Australia Day is an opportunity to reflect on what it means to be Australian, and to acknowledge our history.
Do something towards building a shared future for our nation this Australia Day. Take a 15-20 minute interactive journey on the referendum for an Indigenous Voice to Parliament.
In May 2022, Prime Minister Anthony Albanese made a commitment to establish an Indigenous Voice to Parliament that is guaranteed by the Australian Constitution. This commitment represents the recognition sought in the Uluru Statement From the Heart and will involve every Australian voter in a referendum to change the Constitution.
- What is Constitutional Recognition of Indigenous Peoples?
- What is A Voice to Parliament?
- Why is a Referendum needed?
The course takes about 15 minutes and includes videos and interactive questions.
What is Indigenous Constitutional Recognition?
“What Constitutional Recognition means is acknowledging the 65,000 years of continuous connection the Aboriginal and Torres Strait Islander peoples have to this country. It is a unique status as the First Peoples of the Australian nation,” said Dean Parkin, Director, From the Heart.
“It’s about Australians embracing First Nations peoples, it’s about us being recognised in our Constitution, in our rule book. And it’s about, I guess, having that sense of ‘this is where we started’ as a people and as a nation. And that’s really, really important in terms of the relationship that we have between First Australians and everyone else,” said Karen Mundine, CEO, Reconciliation Australia.
“…Recognition in the Constitution is going to go a long way to healing past injustices in the modern history of Australia. It’s an important first step in building a shared future for our country,” said Kenny Bedford, Indigenous Engagement Lead, From the Heart.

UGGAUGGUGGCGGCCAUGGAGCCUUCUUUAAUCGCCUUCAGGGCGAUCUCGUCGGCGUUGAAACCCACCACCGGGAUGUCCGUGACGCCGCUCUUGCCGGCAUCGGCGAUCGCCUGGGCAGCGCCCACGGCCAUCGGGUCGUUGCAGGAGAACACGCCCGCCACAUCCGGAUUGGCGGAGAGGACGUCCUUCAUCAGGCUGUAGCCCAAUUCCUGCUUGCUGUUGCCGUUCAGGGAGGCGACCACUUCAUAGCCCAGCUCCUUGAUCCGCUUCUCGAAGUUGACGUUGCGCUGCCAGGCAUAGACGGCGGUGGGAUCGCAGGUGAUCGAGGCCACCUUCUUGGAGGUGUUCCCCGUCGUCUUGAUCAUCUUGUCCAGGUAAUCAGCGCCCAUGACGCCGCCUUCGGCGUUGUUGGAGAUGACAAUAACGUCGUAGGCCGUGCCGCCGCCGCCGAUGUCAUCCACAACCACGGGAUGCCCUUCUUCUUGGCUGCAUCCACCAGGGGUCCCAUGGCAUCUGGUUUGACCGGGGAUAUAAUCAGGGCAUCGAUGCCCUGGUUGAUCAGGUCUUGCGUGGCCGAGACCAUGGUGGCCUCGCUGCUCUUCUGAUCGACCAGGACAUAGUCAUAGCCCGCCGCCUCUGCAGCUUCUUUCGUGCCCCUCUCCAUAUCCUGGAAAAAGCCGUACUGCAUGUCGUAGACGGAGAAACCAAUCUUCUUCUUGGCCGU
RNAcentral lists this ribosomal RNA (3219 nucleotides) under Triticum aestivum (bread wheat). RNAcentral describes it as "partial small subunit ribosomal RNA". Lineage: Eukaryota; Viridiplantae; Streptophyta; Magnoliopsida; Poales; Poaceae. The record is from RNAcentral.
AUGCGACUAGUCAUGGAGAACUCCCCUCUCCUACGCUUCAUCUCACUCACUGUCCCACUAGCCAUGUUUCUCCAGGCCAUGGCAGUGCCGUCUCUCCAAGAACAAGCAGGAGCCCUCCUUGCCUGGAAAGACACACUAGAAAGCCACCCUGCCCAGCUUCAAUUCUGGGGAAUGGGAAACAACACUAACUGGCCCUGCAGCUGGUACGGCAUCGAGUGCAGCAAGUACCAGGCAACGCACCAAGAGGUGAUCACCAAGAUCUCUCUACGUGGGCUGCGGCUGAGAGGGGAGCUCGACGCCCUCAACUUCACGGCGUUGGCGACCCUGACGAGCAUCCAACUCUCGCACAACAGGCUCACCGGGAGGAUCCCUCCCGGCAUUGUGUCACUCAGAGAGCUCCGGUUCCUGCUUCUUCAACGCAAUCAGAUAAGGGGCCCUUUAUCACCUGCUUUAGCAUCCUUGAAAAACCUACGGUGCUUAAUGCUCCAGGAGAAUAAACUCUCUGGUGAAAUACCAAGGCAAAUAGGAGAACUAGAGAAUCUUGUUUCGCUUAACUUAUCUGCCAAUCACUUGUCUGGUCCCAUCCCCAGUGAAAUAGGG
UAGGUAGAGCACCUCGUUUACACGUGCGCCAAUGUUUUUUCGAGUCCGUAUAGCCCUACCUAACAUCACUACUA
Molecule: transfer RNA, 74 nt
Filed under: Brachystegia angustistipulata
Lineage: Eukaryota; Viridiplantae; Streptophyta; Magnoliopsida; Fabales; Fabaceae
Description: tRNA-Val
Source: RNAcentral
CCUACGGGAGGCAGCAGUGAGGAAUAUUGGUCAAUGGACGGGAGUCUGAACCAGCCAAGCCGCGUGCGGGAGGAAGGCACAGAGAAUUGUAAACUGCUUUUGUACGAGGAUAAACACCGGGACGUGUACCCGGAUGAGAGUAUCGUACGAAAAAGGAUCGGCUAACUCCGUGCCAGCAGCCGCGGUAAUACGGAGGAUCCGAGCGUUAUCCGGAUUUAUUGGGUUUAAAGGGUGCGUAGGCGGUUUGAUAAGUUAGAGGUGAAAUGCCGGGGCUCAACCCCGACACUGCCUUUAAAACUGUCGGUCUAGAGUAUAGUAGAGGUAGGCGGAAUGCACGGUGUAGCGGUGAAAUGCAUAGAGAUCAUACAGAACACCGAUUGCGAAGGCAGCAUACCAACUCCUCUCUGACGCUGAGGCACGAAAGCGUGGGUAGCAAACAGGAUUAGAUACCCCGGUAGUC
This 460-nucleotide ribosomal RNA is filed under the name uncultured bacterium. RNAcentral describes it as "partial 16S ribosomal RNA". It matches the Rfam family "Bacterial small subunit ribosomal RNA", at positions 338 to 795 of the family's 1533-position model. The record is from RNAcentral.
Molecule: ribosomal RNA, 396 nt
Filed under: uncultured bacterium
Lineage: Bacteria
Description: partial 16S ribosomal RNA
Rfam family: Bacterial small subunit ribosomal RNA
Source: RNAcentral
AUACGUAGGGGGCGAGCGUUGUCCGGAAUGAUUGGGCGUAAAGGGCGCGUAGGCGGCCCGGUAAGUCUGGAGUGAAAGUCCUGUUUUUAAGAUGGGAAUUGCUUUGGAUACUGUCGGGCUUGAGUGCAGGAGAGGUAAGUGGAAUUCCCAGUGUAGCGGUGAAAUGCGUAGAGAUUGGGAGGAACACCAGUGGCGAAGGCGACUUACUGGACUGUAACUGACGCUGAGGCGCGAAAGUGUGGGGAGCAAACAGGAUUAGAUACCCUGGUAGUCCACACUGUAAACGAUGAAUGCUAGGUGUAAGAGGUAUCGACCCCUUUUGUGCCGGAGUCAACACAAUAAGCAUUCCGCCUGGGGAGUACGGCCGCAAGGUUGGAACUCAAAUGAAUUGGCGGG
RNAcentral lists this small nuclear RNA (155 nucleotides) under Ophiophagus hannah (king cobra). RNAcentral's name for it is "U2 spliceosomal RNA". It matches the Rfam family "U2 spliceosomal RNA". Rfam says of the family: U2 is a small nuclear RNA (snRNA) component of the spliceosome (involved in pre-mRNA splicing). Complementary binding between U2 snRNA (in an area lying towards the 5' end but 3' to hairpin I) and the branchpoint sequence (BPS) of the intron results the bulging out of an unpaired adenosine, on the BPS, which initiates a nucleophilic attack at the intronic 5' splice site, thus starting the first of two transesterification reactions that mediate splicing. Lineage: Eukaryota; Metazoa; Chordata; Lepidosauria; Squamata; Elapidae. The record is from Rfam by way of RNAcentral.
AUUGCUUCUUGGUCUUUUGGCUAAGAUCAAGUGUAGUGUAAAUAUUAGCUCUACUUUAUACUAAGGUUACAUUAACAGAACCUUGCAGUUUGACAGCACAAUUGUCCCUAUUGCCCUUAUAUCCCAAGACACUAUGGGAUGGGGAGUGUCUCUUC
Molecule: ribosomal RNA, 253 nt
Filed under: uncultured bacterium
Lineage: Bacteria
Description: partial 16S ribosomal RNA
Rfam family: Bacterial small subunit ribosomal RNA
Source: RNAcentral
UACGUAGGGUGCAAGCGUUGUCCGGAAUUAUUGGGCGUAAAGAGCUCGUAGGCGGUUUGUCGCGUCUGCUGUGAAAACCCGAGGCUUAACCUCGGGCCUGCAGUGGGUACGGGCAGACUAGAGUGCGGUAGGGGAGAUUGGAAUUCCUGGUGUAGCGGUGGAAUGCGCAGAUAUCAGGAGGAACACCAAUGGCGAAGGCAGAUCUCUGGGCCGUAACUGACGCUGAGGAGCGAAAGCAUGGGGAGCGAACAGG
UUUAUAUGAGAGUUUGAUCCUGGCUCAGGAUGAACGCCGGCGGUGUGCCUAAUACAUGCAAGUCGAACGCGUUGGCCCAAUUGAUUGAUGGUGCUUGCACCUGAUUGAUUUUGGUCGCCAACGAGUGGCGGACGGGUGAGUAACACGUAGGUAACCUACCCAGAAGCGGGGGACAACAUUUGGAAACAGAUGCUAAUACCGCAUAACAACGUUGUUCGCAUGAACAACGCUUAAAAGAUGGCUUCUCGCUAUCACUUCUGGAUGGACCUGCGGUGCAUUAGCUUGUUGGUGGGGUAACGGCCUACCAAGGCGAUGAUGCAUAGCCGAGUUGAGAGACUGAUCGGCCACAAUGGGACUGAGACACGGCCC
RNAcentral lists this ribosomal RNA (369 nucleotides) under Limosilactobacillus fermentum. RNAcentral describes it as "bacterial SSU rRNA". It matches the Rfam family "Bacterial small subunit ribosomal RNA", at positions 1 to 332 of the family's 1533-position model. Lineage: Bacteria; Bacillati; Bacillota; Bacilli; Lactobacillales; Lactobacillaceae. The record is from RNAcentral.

A Voice to Parliament
A Voice to Parliament is an Indigenous representative body that provides advice to the Parliament and government on laws and policies that have a particular impact on their families and communities.
“The Uluru Statement very clearly said that if we are going to do this, if we are going to formally and finally do constitutional recognition for Aboriginal and Torres Strait Islander peoples, it’s got to be through the Voice,” said Mr Parkin.
A successful referendum on an Indigenous Constitutional Recognition through a Voice achieves two things: the recognition of Indigenous people in the Australian Constitution; and a practical Voice to Parliament which will allow Indigenous peoples to have input over the issues that affect them and help contribute to policies and decisions affecting their lives.
“So, a referendum is needed to change the Australian Constitution. And what that means is bringing the nation together in a vote – a majority of Australians in a majority of states saying yes,” said Mr Parkin.
“What we’re asking is that at a referendum will you support our request for a Voice to give advice to Parliament when laws are made about us? Will you support us to have a view about the things that matter to us in Australia,” said Rachel Perkins, Australian Film & Television Director.
How can you help?
You don’t need to be an expert to advocate for constitutional recognition.
Spread the word. Speak to friends, family, colleague and your community about a Voice. Have conversations.
“This is a conversation that we have to have across the nation. This is a conversation that every single Australian needs to be part of… a conversation more broadly in your families, in your workplaces, in your communities and something that we really want the nation to get behind, said Mr Parkin.
“This is a moment to genuinely unify the nation. We believe coming together in a referendum on a voice to Parliament is something that can bring the nation together and make history together.”
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